Ethnic festivals bring Baltimore foods of peoples far and near

June 08, 1994|By Karen Harrop | Karen Harrop,Special to The Sun

June is here and in Baltimore that means the feast is about to begin. The summer-long parade of ethnic festivals is getting under way.

From now through September, Baltimore will celebrate its rich mix of ethnic heritages with festivals that include traditional dress, cultural activities and food. Lots of food -- a lot of it carefully prepared much the way it was in the old country.

The Showcase of Nations -- 12 ethnic festivals coordinated by the city -- kicks off this weekend with the Lithuanian festival, although there have been and will be other events organized individually in and around the city.

The Lithuanian community was among the first to participate when the festivals began 22 years ago. From their homeland on the Baltic Sea to the festival at Hopkins Plaza, Baltimore Lithuanians will offer potato desros, sausages made of grated potatoes and bacon; krustai, a fried pastry; and naliesninkai, a crepe filled with meat and spices.

"We wouldn't think of having a wedding, funeral or family gathering without these traditional foods," says Aldona S. Vanderlain, publicity coordinator for the Lithuanian festival committee.

One change you'll find at some of the festivals this year is increased consideration for those watching their waistlines. The Lithuanian Athletic Club, for example, is offering a light lunch of borscht, a beet soup, cold fruit soup and cottage-cheese crepes.

The Greek festival, starts Friday, too, and runs through Sunday at St. Nicholas Church. Here you'll find pastitsio, layers of macaroni with ground meat and cream sauce topped with grated cheese; moussaka, layers of eggplant, meat and white sauce topped with grated cheese; gyros, sandwiches made of lamb and/or beef in pita bread; spanakopita, spinach pie; and dolmas, tender grape leaves filled with meat and rice.

And don't forget the Greek desserts -- sweet confections often made with light phyllo dough and topped with honey syrup. If you're counting calories, your best bet at the festival may be the Greek salad. Members of the Baltimore Greek community are working to transform some of the other traditional recipes into lighter, more healthful foods.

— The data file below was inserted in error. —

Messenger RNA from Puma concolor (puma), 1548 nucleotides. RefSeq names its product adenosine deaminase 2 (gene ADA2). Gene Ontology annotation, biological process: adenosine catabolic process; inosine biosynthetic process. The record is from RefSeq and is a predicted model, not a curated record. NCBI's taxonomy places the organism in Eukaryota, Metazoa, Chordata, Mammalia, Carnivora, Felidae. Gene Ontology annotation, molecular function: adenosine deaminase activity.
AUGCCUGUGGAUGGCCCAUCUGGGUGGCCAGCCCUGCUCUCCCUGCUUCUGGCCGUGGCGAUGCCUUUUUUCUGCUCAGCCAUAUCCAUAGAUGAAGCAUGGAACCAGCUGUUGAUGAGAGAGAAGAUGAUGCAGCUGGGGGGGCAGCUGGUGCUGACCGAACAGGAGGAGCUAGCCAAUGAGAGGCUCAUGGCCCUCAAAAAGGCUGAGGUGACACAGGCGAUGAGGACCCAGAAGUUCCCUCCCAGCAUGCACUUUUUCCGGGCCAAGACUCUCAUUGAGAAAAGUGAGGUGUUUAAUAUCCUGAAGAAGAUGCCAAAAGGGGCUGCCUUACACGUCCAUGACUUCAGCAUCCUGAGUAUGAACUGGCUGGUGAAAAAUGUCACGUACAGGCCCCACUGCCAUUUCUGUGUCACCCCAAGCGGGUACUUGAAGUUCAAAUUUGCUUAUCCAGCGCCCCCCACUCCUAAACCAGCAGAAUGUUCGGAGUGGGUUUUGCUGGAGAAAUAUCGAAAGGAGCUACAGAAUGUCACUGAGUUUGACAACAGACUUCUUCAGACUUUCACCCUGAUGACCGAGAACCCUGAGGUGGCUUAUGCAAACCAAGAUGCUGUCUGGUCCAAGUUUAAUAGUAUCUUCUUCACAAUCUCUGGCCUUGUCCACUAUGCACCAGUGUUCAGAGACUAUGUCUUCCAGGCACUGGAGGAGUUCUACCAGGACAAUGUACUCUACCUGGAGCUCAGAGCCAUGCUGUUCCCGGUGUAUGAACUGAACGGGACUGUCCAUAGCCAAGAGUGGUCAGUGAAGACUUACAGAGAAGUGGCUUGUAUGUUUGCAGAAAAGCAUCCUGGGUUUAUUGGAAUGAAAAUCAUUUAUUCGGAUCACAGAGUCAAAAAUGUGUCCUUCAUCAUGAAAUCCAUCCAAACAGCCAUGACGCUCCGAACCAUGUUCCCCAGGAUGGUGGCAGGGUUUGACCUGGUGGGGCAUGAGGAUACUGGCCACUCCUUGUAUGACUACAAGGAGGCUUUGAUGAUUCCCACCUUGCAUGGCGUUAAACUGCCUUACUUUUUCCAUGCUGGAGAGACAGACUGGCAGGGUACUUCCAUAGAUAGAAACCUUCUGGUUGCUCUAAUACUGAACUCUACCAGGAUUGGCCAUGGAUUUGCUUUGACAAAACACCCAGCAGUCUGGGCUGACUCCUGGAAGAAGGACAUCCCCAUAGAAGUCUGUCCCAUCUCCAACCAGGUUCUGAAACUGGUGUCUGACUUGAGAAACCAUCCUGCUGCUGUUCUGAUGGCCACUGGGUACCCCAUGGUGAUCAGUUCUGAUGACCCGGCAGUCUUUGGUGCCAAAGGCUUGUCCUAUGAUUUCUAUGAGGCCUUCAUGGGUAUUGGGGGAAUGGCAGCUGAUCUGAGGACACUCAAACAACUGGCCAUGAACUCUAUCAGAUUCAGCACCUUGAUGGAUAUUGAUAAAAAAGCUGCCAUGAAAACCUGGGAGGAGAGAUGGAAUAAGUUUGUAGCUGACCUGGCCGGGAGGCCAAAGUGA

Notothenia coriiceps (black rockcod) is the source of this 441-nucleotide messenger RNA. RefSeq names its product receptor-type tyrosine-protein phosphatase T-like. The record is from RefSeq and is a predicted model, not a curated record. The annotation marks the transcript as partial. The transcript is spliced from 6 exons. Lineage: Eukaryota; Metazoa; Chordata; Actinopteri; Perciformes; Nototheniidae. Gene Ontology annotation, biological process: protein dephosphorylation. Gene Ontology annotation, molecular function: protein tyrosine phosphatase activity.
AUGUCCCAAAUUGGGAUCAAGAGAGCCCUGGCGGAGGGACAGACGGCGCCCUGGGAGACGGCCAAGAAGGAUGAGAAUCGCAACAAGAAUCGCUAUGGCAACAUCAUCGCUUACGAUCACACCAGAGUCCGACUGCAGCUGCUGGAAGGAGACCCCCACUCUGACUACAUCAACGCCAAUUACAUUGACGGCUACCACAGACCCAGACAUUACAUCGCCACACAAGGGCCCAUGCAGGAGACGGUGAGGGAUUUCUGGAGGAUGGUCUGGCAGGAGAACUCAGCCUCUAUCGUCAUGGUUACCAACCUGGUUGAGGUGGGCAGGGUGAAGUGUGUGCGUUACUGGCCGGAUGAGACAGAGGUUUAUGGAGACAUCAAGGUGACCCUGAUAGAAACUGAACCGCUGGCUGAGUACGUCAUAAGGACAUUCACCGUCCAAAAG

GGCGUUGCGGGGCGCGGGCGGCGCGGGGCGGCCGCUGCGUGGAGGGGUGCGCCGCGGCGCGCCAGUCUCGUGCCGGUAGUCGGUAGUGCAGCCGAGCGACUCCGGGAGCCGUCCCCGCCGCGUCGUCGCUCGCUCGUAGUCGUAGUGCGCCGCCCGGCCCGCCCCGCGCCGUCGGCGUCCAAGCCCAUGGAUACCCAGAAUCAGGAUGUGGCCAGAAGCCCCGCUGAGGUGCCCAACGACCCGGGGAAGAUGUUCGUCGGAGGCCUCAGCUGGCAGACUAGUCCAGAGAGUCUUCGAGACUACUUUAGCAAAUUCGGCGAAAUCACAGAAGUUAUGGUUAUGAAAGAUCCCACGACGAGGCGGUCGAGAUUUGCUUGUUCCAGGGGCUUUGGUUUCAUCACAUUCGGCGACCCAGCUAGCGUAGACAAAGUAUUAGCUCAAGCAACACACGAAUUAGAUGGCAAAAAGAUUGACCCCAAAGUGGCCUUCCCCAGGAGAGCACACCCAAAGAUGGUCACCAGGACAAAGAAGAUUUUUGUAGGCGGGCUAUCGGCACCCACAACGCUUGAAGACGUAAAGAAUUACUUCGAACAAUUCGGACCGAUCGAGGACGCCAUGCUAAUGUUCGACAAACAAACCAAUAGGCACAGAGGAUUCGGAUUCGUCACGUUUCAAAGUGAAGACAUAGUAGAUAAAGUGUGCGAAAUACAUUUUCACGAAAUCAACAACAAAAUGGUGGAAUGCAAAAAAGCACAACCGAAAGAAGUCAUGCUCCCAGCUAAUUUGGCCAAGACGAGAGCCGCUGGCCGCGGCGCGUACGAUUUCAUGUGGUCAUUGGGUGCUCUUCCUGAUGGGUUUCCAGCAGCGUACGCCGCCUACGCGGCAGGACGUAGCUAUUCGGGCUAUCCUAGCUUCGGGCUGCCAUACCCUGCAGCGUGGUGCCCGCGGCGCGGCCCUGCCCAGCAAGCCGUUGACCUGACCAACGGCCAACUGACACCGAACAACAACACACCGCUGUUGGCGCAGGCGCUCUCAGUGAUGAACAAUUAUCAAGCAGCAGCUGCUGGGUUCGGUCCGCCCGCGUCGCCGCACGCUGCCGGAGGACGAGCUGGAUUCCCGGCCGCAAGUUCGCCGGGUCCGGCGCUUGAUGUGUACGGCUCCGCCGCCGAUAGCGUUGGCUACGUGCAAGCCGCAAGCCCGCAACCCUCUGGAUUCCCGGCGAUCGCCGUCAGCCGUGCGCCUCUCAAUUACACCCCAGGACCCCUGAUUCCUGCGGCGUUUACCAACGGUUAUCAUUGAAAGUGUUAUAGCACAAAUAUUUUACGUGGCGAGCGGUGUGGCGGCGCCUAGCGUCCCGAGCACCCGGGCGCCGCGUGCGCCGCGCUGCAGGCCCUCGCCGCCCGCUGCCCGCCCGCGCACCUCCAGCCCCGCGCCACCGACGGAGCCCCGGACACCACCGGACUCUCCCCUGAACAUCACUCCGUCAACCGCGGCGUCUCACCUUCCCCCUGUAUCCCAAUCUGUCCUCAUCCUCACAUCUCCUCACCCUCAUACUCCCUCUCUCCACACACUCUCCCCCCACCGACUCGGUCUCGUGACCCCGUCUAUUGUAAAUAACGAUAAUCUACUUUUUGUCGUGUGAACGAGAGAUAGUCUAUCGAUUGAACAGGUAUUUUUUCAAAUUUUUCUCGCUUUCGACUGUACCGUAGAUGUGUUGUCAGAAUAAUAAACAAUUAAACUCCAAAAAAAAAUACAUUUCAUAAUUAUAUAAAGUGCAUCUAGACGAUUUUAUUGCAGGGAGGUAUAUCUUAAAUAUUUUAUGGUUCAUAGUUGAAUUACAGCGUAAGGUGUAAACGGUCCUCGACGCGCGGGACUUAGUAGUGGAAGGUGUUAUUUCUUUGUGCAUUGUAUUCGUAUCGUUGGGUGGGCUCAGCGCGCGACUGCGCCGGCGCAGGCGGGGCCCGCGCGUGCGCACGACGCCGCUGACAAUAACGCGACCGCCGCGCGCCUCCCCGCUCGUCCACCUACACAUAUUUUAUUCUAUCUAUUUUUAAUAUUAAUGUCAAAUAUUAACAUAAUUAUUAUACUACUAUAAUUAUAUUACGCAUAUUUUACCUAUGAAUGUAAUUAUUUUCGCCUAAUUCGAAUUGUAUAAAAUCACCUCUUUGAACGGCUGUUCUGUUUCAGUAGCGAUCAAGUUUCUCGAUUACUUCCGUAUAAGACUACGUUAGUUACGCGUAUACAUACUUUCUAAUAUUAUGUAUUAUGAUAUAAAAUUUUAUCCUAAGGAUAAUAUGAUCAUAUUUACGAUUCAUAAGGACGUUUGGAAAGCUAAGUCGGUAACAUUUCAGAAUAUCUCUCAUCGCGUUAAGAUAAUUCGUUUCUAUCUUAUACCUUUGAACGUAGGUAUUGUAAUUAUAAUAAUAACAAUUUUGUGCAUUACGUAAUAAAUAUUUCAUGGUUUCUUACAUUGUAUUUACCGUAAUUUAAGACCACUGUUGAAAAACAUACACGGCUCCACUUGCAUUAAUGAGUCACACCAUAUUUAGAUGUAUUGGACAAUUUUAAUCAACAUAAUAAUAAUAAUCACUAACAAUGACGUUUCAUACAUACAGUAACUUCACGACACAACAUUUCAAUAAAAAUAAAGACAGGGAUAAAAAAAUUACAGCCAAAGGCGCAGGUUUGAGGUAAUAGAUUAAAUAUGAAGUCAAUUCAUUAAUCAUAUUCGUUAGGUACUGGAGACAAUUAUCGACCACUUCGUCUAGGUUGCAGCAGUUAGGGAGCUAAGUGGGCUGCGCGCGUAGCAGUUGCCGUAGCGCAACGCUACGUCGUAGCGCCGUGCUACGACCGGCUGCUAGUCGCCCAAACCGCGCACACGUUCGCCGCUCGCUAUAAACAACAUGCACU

This month also brings the Polish festival, to be held in Patterson Park. Among the foods will be pierogies, dumplings filled with cheese, potatoes and cabbage; golabki, which is beef and rice rolled in cabbage leaves and topped with a red sauce; spicy Polish sausage; and chrusciki, or Polish bow ties, a pastry topped with powdered sugar.

July brings the Ukrainian and Italian festivals. The Ukraine festival will offer holubtsi, or meat-stuffed cabbage; narenyki, dumplings stuffed with sauerkraut, potatoes or cheese; and honey-based liqueurs made with citrus. The Italian event will include a wide array of traditional pasta dishes.

Other festivals this summer include the Hispanic, India and Native American events, where the food, according to their organizers, tends to be traditionally low in fat and calories because of its reliance on grains and vegetables with little emphasis on meat and oils.

The Hispanic festival will include dishes from Puerto Rico and a number of countries such as Argentina and Spain, so the options will be many, including tamales; choriban, a bread grilled with salsa; ceviche, a raw fish dish with lemons, onions and spices; and chiles rellenos, green peppers stuffed with pork or beef and vegetables in a wine and caper sauce.

Buffalo burgers, buffalo stew, corn soup and Native American tacos, made with beef or buffalo chili in fried bread, are on the menu for the Native American festival in August. At the India festival you should be able to sample curried chicken or lamb, meat and vegetable kabobs, and meat and rice dishes.

One vegetable dish, often considered a snack food, is bhel pouri -- grains mixed with rice, vegetables, potatoes and onions and covered with sauce. Another is samosa, a triangular pastry stuffed with potatoes, peas and other vegetables.

Festivals late this summer include the Afram festival, which will feature everything from pizza to Caribbean cuisine to Cajun and traditional African foods; the German festival, which will offer sour beef and potato dumplings, schnitzel, sausages, potato pancakes, and the fruit strudels; and the Korean festival, which will provide squid, seafood stew, or bukoki kalbie, prime rib in a garlic soy sauce.

For dates, times and places of these ethnic festivals, call (410) 837-4636 or (800) 282-6632. Some festivals' times may change, and some require admission fees.

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